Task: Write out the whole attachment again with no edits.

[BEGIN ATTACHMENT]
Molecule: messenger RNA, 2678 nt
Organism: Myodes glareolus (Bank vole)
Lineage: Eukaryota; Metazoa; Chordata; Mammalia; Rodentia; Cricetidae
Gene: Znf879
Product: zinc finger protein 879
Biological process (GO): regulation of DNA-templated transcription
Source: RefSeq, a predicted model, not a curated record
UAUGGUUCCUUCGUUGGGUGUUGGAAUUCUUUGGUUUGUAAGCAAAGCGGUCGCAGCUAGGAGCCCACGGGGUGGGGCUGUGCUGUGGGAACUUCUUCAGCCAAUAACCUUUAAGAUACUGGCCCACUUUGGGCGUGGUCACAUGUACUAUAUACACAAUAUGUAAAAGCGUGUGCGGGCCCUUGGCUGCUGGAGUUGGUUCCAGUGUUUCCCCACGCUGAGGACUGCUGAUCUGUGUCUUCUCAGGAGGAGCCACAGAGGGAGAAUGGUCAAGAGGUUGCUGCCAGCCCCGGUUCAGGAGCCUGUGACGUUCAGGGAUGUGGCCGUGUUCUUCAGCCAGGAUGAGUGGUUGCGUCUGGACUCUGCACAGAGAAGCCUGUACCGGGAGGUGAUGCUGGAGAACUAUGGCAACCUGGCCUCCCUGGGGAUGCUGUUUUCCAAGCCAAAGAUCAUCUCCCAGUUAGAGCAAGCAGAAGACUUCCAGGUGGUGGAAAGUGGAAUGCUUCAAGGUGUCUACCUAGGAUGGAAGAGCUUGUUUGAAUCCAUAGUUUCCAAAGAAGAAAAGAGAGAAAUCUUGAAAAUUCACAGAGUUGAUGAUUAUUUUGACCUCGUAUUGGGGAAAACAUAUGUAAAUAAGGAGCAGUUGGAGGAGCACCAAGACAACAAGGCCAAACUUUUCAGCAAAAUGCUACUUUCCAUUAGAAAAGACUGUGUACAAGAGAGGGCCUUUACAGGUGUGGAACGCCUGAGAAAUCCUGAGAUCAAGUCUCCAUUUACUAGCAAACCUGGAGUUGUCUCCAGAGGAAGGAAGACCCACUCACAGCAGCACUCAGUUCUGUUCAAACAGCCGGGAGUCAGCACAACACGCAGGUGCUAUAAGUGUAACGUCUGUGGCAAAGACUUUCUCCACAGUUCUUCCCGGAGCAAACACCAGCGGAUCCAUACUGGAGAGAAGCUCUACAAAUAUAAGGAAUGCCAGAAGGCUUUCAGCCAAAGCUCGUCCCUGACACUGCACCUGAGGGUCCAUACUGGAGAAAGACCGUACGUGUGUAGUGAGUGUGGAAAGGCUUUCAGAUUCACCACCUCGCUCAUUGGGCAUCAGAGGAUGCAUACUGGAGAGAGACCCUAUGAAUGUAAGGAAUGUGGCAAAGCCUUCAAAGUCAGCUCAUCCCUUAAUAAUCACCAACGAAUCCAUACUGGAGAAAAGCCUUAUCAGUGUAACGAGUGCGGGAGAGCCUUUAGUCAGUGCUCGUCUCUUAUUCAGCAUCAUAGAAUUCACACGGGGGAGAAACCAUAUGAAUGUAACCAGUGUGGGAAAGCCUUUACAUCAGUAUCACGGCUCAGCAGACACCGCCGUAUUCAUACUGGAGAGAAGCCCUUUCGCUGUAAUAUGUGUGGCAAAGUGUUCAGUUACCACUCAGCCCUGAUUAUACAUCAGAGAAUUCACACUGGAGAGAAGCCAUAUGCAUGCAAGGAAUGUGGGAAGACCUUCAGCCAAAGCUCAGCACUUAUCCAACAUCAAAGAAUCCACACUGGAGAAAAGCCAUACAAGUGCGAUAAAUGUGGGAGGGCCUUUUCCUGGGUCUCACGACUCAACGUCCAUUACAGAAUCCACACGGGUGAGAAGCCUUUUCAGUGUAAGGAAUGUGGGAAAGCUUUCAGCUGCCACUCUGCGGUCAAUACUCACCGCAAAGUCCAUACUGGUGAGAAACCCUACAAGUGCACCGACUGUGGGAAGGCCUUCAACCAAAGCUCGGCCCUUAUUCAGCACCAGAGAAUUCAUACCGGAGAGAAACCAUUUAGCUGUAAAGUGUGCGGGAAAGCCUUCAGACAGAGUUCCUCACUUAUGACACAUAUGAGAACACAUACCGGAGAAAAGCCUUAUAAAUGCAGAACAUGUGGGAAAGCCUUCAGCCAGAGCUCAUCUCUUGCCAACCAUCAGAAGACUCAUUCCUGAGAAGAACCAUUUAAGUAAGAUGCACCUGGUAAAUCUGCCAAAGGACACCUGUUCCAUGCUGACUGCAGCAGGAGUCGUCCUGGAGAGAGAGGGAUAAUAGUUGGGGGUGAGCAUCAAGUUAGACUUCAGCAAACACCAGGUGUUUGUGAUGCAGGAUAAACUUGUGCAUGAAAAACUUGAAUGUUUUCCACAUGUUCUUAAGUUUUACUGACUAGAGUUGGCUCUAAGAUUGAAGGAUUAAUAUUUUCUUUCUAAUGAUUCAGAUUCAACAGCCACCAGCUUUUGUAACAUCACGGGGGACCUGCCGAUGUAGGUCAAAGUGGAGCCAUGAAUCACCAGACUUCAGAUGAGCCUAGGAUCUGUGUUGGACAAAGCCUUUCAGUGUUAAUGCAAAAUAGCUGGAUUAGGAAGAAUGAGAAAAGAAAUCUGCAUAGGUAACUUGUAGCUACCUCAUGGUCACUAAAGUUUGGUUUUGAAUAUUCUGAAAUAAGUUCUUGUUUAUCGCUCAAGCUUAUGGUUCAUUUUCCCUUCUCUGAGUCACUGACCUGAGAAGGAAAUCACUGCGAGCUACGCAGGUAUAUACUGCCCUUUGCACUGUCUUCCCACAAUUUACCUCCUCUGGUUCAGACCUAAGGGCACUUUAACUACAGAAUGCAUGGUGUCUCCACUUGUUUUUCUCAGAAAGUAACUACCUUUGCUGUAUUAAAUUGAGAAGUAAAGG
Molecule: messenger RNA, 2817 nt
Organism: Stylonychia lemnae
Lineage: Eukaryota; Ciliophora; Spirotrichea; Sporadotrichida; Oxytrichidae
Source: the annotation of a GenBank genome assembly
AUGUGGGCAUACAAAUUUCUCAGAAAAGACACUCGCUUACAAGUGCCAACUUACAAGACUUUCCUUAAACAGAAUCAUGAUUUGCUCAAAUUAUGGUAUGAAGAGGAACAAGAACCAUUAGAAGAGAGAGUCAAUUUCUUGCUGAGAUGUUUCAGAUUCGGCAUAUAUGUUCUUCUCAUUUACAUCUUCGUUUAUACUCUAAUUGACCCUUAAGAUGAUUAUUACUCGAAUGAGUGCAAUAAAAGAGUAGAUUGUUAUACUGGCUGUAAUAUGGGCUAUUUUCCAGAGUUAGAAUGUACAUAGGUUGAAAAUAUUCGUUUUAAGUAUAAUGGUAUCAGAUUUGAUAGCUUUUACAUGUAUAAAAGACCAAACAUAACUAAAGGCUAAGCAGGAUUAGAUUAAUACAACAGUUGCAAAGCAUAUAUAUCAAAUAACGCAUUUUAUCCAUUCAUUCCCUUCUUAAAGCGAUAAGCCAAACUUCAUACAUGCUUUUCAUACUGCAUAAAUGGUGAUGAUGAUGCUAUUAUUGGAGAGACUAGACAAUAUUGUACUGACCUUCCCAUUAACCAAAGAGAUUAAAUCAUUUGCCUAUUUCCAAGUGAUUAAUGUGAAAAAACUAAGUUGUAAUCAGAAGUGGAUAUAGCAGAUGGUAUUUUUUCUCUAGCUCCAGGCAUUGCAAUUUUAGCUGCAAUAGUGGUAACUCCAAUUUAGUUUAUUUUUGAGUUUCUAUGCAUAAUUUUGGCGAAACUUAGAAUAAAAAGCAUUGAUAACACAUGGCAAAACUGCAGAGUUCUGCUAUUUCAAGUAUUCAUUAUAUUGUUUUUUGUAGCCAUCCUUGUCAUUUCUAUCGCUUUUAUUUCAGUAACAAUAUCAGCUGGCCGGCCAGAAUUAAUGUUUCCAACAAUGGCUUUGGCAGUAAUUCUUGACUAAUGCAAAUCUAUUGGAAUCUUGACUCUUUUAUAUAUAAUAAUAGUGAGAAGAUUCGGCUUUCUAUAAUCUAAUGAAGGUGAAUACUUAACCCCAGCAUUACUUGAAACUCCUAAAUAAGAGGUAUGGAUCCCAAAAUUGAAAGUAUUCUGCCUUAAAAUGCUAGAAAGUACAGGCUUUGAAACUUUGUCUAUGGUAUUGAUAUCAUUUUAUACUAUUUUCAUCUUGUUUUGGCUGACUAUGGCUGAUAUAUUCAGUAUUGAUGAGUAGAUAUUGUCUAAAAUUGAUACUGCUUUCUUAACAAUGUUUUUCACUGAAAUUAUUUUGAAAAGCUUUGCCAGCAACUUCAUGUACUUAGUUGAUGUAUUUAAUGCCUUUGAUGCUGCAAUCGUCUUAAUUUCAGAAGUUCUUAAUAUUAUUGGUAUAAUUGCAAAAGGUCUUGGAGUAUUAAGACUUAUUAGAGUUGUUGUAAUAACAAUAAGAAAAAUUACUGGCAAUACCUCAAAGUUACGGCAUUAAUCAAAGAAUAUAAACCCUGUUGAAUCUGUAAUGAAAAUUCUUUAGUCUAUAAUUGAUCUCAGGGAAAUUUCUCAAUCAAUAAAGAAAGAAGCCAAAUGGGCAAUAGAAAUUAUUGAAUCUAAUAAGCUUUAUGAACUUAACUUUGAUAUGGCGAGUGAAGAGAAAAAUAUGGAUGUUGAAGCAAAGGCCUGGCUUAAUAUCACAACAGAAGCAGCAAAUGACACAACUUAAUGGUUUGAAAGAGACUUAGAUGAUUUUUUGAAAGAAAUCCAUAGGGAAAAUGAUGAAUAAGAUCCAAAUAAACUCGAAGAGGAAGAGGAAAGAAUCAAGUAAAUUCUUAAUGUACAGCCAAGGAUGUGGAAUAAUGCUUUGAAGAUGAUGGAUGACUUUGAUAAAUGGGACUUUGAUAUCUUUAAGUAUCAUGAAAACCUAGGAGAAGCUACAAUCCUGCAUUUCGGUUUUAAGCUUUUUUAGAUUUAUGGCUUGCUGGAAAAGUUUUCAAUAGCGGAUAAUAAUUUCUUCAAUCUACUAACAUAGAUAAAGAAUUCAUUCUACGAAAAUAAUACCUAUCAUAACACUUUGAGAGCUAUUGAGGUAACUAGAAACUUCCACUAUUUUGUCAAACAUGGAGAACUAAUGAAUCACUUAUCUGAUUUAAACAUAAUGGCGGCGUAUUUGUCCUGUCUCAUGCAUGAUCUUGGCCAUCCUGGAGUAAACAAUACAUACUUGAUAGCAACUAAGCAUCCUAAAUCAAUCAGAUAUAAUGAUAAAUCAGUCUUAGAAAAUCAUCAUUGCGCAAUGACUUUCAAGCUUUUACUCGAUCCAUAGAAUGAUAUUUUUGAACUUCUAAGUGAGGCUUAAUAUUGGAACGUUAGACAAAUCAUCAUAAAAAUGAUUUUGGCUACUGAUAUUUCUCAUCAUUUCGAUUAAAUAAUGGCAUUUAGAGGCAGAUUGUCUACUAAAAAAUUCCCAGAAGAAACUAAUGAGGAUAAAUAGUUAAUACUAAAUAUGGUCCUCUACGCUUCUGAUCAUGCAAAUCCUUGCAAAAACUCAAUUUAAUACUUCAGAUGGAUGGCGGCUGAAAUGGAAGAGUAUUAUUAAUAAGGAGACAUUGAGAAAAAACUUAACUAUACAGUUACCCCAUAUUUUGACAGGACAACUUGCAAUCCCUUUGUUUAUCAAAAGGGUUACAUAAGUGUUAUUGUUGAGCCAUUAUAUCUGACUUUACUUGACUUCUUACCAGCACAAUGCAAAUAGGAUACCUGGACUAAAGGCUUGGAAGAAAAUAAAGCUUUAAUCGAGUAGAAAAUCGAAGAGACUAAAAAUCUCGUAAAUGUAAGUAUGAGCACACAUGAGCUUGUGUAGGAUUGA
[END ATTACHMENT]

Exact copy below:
Molecule: messenger RNA, 2678 nt
Organism: Myodes glareolus (Bank vole)
Lineage: Eukaryota; Metazoa; Chordata; Mammalia; Rodentia; Cricetidae
Gene: Znf879
Product: zinc finger protein 879
Biological process (GO): regulation of DNA-templated transcription
Source: RefSeq, a predicted model, not a curated record
UAUGGUUCCUUCGUUGGGUGUUGGAAUUCUUUGGUUUGUAAGCAAAGCGGUCGCAGCUAGGAGCCCACGGGGUGGGGCUGUGCUGUGGGAACUUCUUCAGCCAAUAACCUUUAAGAUACUGGCCCACUUUGGGCGUGGUCACAUGUACUAUAUACACAAUAUGUAAAAGCGUGUGCGGGCCCUUGGCUGCUGGAGUUGGUUCCAGUGUUUCCCCACGCUGAGGACUGCUGAUCUGUGUCUUCUCAGGAGGAGCCACAGAGGGAGAAUGGUCAAGAGGUUGCUGCCAGCCCCGGUUCAGGAGCCUGUGACGUUCAGGGAUGUGGCCGUGUUCUUCAGCCAGGAUGAGUGGUUGCGUCUGGACUCUGCACAGAGAAGCCUGUACCGGGAGGUGAUGCUGGAGAACUAUGGCAACCUGGCCUCCCUGGGGAUGCUGUUUUCCAAGCCAAAGAUCAUCUCCCAGUUAGAGCAAGCAGAAGACUUCCAGGUGGUGGAAAGUGGAAUGCUUCAAGGUGUCUACCUAGGAUGGAAGAGCUUGUUUGAAUCCAUAGUUUCCAAAGAAGAAAAGAGAGAAAUCUUGAAAAUUCACAGAGUUGAUGAUUAUUUUGACCUCGUAUUGGGGAAAACAUAUGUAAAUAAGGAGCAGUUGGAGGAGCACCAAGACAACAAGGCCAAACUUUUCAGCAAAAUGCUACUUUCCAUUAGAAAAGACUGUGUACAAGAGAGGGCCUUUACAGGUGUGGAACGCCUGAGAAAUCCUGAGAUCAAGUCUCCAUUUACUAGCAAACCUGGAGUUGUCUCCAGAGGAAGGAAGACCCACUCACAGCAGCACUCAGUUCUGUUCAAACAGCCGGGAGUCAGCACAACACGCAGGUGCUAUAAGUGUAACGUCUGUGGCAAAGACUUUCUCCACAGUUCUUCCCGGAGCAAACACCAGCGGAUCCAUACUGGAGAGAAGCUCUACAAAUAUAAGGAAUGCCAGAAGGCUUUCAGCCAAAGCUCGUCCCUGACACUGCACCUGAGGGUCCAUACUGGAGAAAGACCGUACGUGUGUAGUGAGUGUGGAAAGGCUUUCAGAUUCACCACCUCGCUCAUUGGGCAUCAGAGGAUGCAUACUGGAGAGAGACCCUAUGAAUGUAAGGAAUGUGGCAAAGCCUUCAAAGUCAGCUCAUCCCUUAAUAAUCACCAACGAAUCCAUACUGGAGAAAAGCCUUAUCAGUGUAACGAGUGCGGGAGAGCCUUUAGUCAGUGCUCGUCUCUUAUUCAGCAUCAUAGAAUUCACACGGGGGAGAAACCAUAUGAAUGUAACCAGUGUGGGAAAGCCUUUACAUCAGUAUCACGGCUCAGCAGACACCGCCGUAUUCAUACUGGAGAGAAGCCCUUUCGCUGUAAUAUGUGUGGCAAAGUGUUCAGUUACCACUCAGCCCUGAUUAUACAUCAGAGAAUUCACACUGGAGAGAAGCCAUAUGCAUGCAAGGAAUGUGGGAAGACCUUCAGCCAAAGCUCAGCACUUAUCCAACAUCAAAGAAUCCACACUGGAGAAAAGCCAUACAAGUGCGAUAAAUGUGGGAGGGCCUUUUCCUGGGUCUCACGACUCAACGUCCAUUACAGAAUCCACACGGGUGAGAAGCCUUUUCAGUGUAAGGAAUGUGGGAAAGCUUUCAGCUGCCACUCUGCGGUCAAUACUCACCGCAAAGUCCAUACUGGUGAGAAACCCUACAAGUGCACCGACUGUGGGAAGGCCUUCAACCAAAGCUCGGCCCUUAUUCAGCACCAGAGAAUUCAUACCGGAGAGAAACCAUUUAGCUGUAAAGUGUGCGGGAAAGCCUUCAGACAGAGUUCCUCACUUAUGACACAUAUGAGAACACAUACCGGAGAAAAGCCUUAUAAAUGCAGAACAUGUGGGAAAGCCUUCAGCCAGAGCUCAUCUCUUGCCAACCAUCAGAAGACUCAUUCCUGAGAAGAACCAUUUAAGUAAGAUGCACCUGGUAAAUCUGCCAAAGGACACCUGUUCCAUGCUGACUGCAGCAGGAGUCGUCCUGGAGAGAGAGGGAUAAUAGUUGGGGGUGAGCAUCAAGUUAGACUUCAGCAAACACCAGGUGUUUGUGAUGCAGGAUAAACUUGUGCAUGAAAAACUUGAAUGUUUUCCACAUGUUCUUAAGUUUUACUGACUAGAGUUGGCUCUAAGAUUGAAGGAUUAAUAUUUUCUUUCUAAUGAUUCAGAUUCAACAGCCACCAGCUUUUGUAACAUCACGGGGGACCUGCCGAUGUAGGUCAAAGUGGAGCCAUGAAUCACCAGACUUCAGAUGAGCCUAGGAUCUGUGUUGGACAAAGCCUUUCAGUGUUAAUGCAAAAUAGCUGGAUUAGGAAGAAUGAGAAAAGAAAUCUGCAUAGGUAACUUGUAGCUACCUCAUGGUCACUAAAGUUUGGUUUUGAAUAUUCUGAAAUAAGUUCUUGUUUAUCGCUCAAGCUUAUGGUUCAUUUUCCCUUCUCUGAGUCACUGACCUGAGAAGGAAAUCACUGCGAGCUACGCAGGUAUAUACUGCCCUUUGCACUGUCUUCCCACAAUUUACCUCCUCUGGUUCAGACCUAAGGGCACUUUAACUACAGAAUGCAUGGUGUCUCCACUUGUUUUUCUCAGAAAGUAACUACCUUUGCUGUAUUAAAUUGAGAAGUAAAGG
Molecule: messenger RNA, 2817 nt
Organism: Stylonychia lemnae
Lineage: Eukaryota; Ciliophora; Spirotrichea; Sporadotrichida; Oxytrichidae
Source: the annotation of a GenBank genome assembly
AUGUGGGCAUACAAAUUUCUCAGAAAAGACACUCGCUUACAAGUGCCAACUUACAAGACUUUCCUUAAACAGAAUCAUGAUUUGCUCAAAUUAUGGUAUGAAGAGGAACAAGAACCAUUAGAAGAGAGAGUCAAUUUCUUGCUGAGAUGUUUCAGAUUCGGCAUAUAUGUUCUUCUCAUUUACAUCUUCGUUUAUACUCUAAUUGACCCUUAAGAUGAUUAUUACUCGAAUGAGUGCAAUAAAAGAGUAGAUUGUUAUACUGGCUGUAAUAUGGGCUAUUUUCCAGAGUUAGAAUGUACAUAGGUUGAAAAUAUUCGUUUUAAGUAUAAUGGUAUCAGAUUUGAUAGCUUUUACAUGUAUAAAAGACCAAACAUAACUAAAGGCUAAGCAGGAUUAGAUUAAUACAACAGUUGCAAAGCAUAUAUAUCAAAUAACGCAUUUUAUCCAUUCAUUCCCUUCUUAAAGCGAUAAGCCAAACUUCAUACAUGCUUUUCAUACUGCAUAAAUGGUGAUGAUGAUGCUAUUAUUGGAGAGACUAGACAAUAUUGUACUGACCUUCCCAUUAACCAAAGAGAUUAAAUCAUUUGCCUAUUUCCAAGUGAUUAAUGUGAAAAAACUAAGUUGUAAUCAGAAGUGGAUAUAGCAGAUGGUAUUUUUUCUCUAGCUCCAGGCAUUGCAAUUUUAGCUGCAAUAGUGGUAACUCCAAUUUAGUUUAUUUUUGAGUUUCUAUGCAUAAUUUUGGCGAAACUUAGAAUAAAAAGCAUUGAUAACACAUGGCAAAACUGCAGAGUUCUGCUAUUUCAAGUAUUCAUUAUAUUGUUUUUUGUAGCCAUCCUUGUCAUUUCUAUCGCUUUUAUUUCAGUAACAAUAUCAGCUGGCCGGCCAGAAUUAAUGUUUCCAACAAUGGCUUUGGCAGUAAUUCUUGACUAAUGCAAAUCUAUUGGAAUCUUGACUCUUUUAUAUAUAAUAAUAGUGAGAAGAUUCGGCUUUCUAUAAUCUAAUGAAGGUGAAUACUUAACCCCAGCAUUACUUGAAACUCCUAAAUAAGAGGUAUGGAUCCCAAAAUUGAAAGUAUUCUGCCUUAAAAUGCUAGAAAGUACAGGCUUUGAAACUUUGUCUAUGGUAUUGAUAUCAUUUUAUACUAUUUUCAUCUUGUUUUGGCUGACUAUGGCUGAUAUAUUCAGUAUUGAUGAGUAGAUAUUGUCUAAAAUUGAUACUGCUUUCUUAACAAUGUUUUUCACUGAAAUUAUUUUGAAAAGCUUUGCCAGCAACUUCAUGUACUUAGUUGAUGUAUUUAAUGCCUUUGAUGCUGCAAUCGUCUUAAUUUCAGAAGUUCUUAAUAUUAUUGGUAUAAUUGCAAAAGGUCUUGGAGUAUUAAGACUUAUUAGAGUUGUUGUAAUAACAAUAAGAAAAAUUACUGGCAAUACCUCAAAGUUACGGCAUUAAUCAAAGAAUAUAAACCCUGUUGAAUCUGUAAUGAAAAUUCUUUAGUCUAUAAUUGAUCUCAGGGAAAUUUCUCAAUCAAUAAAGAAAGAAGCCAAAUGGGCAAUAGAAAUUAUUGAAUCUAAUAAGCUUUAUGAACUUAACUUUGAUAUGGCGAGUGAAGAGAAAAAUAUGGAUGUUGAAGCAAAGGCCUGGCUUAAUAUCACAACAGAAGCAGCAAAUGACACAACUUAAUGGUUUGAAAGAGACUUAGAUGAUUUUUUGAAAGAAAUCCAUAGGGAAAAUGAUGAAUAAGAUCCAAAUAAACUCGAAGAGGAAGAGGAAAGAAUCAAGUAAAUUCUUAAUGUACAGCCAAGGAUGUGGAAUAAUGCUUUGAAGAUGAUGGAUGACUUUGAUAAAUGGGACUUUGAUAUCUUUAAGUAUCAUGAAAACCUAGGAGAAGCUACAAUCCUGCAUUUCGGUUUUAAGCUUUUUUAGAUUUAUGGCUUGCUGGAAAAGUUUUCAAUAGCGGAUAAUAAUUUCUUCAAUCUACUAACAUAGAUAAAGAAUUCAUUCUACGAAAAUAAUACCUAUCAUAACACUUUGAGAGCUAUUGAGGUAACUAGAAACUUCCACUAUUUUGUCAAACAUGGAGAACUAAUGAAUCACUUAUCUGAUUUAAACAUAAUGGCGGCGUAUUUGUCCUGUCUCAUGCAUGAUCUUGGCCAUCCUGGAGUAAACAAUACAUACUUGAUAGCAACUAAGCAUCCUAAAUCAAUCAGAUAUAAUGAUAAAUCAGUCUUAGAAAAUCAUCAUUGCGCAAUGACUUUCAAGCUUUUACUCGAUCCAUAGAAUGAUAUUUUUGAACUUCUAAGUGAGGCUUAAUAUUGGAACGUUAGACAAAUCAUCAUAAAAAUGAUUUUGGCUACUGAUAUUUCUCAUCAUUUCGAUUAAAUAAUGGCAUUUAGAGGCAGAUUGUCUACUAAAAAAUUCCCAGAAGAAACUAAUGAGGAUAAAUAGUUAAUACUAAAUAUGGUCCUCUACGCUUCUGAUCAUGCAAAUCCUUGCAAAAACUCAAUUUAAUACUUCAGAUGGAUGGCGGCUGAAAUGGAAGAGUAUUAUUAAUAAGGAGACAUUGAGAAAAAACUUAACUAUACAGUUACCCCAUAUUUUGACAGGACAACUUGCAAUCCCUUUGUUUAUCAAAAGGGUUACAUAAGUGUUAUUGUUGAGCCAUUAUAUCUGACUUUACUUGACUUCUUACCAGCACAAUGCAAAUAGGAUACCUGGACUAAAGGCUUGGAAGAAAAUAAAGCUUUAAUCGAGUAGAAAAUCGAAGAGACUAAAAAUCUCGUAAAUGUAAGUAUGAGCACACAUGAGCUUGUGUAGGAUUGA